Sunday, March 28, 2010
I am sporting a mop.
I like it.
It falls here and there and takes on a different look daily.
But today I realized I might be looking a bit too moppy.
"Is it professional?" I thought.
When I talk to people, I notice their eyes drift upwards.
when I talk to women, I notice they are talking to the white strands in my hair. Taken individually, these white strands are rather pretty. They are pure in color and glisten when the light hits.
In 1995, I remember stopping at a store in the middle of nowhere, Alaska, and the proprietress was a petite, beautiful woman with enormous green eyes, fair unlined skin, and a mane of snow white hair. She stood out in that simple setting. In my mind the whiteness of her hair echoes the snow of the landscape, but it was summer, and the roads were lined with the pink blooms of the ubiquitous fireweed and the landscape was green.
Having white hair marks you.
It labels you as someone who you are and at the same time, as someone who you are not.
There is no white hair among the women I work with. Not a strand.
And yet, I am one of the youngest.
And when the eyes drift upward, it labels me.
I work with an elderly gentleman, a nonagenarian.
He thought I was 28.
I'll add 10 years for kindness. Another 5 for eyesight. A few more lighting. But then, I guess I'll have to subtract a few, because we work up close and personal, face to face--so I can give him the support and facilitation he needs to reach his goals.
When I told him my age, he smiled with delight and said, "Why you're middle aged!"
Which made me wonder if my age put me in the category of available women.
Especially when I asked him what he was going to do for his upcoming birthday and he said, "Start chasing women!"
He is very polite, doesn't have a mean bone in him, a great conversationalist, open-minded, makes me laugh, and always tells a good joke.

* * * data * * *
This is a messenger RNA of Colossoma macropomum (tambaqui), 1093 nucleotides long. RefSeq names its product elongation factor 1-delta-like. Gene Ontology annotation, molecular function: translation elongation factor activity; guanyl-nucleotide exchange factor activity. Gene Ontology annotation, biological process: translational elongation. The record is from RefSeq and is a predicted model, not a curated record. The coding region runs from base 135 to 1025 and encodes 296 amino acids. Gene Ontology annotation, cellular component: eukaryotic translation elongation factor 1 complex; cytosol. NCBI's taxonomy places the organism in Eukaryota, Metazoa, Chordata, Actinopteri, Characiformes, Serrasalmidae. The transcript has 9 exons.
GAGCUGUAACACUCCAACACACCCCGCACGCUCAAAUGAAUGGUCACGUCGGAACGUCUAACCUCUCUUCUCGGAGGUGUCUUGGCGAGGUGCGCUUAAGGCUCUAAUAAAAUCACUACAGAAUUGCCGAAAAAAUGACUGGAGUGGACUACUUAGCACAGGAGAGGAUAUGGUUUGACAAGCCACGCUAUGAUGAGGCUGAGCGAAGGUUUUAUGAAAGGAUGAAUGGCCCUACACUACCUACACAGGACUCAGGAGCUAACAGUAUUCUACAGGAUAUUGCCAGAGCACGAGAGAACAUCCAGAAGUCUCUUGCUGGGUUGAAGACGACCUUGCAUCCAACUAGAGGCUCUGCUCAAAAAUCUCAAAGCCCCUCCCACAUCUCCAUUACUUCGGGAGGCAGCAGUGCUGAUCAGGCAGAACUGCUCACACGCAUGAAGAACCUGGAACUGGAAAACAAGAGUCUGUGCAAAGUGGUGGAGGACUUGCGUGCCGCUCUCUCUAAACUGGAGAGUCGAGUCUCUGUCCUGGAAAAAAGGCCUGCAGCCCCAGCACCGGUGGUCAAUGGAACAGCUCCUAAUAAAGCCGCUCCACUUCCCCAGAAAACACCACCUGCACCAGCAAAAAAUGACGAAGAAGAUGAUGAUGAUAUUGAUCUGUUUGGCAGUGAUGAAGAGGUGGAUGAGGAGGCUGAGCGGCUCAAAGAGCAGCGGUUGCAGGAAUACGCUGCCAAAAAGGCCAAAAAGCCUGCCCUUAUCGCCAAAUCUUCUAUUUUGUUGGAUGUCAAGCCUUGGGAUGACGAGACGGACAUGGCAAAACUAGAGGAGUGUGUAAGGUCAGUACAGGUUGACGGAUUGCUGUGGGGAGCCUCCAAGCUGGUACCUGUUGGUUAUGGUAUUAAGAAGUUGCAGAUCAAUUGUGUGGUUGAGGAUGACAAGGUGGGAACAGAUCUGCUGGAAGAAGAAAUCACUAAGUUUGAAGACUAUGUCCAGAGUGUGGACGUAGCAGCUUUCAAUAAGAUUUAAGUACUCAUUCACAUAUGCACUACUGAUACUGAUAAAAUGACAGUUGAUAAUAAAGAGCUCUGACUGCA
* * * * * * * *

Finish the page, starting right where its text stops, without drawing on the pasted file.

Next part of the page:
Not a bad catch when you think about it.
When I went to my high school reunion, the men looked twice as old as the women. They had gray hair and weathered skin. I came home and told T to start using face creme. Hah. He doesn't see the point. But, then what would you expect from a man who spends 10 hours riding over 100 miles "just for fun" on a mountain bike.
I haven't figured out the point of my white hair to me. Whether I should pay attention to the occasional white strand, knowing that proliferation is in my future. Or forget about it, as I usually do.
It's just when the eyes drift upward, and the subtle subtext of the interaction turns to what's on my head, that I remember I look a little different.
There's not a whole lot of white out there anymore.
(Note: This post is dedicated to Misty, who on her most recent birthday, reconfirmed herself as a brave and embracing woman.)
Wednesday, March 17, 2010
My car just got broken into, but it could have been worse.
I parked my car in the "secure" fenced and locked lot at work and was in the building from 4:30 to 5:20 pm and ‘they’ got my car. Smash and grab. Window gone. Left all my working files, fortunately.
This is what they got:
Very old cell phone that was a cast off from T and needed to be replaced--now canceled so you can't call me there.
My very new work phone--so, not my worry. I told work and they told me they would take care of it in the morning. T just told me he called my work number and someone answered so he said (in a deep voice), "This is __ (insert work name), we have cameras and we know who you are." Silly guy, but it made me laugh.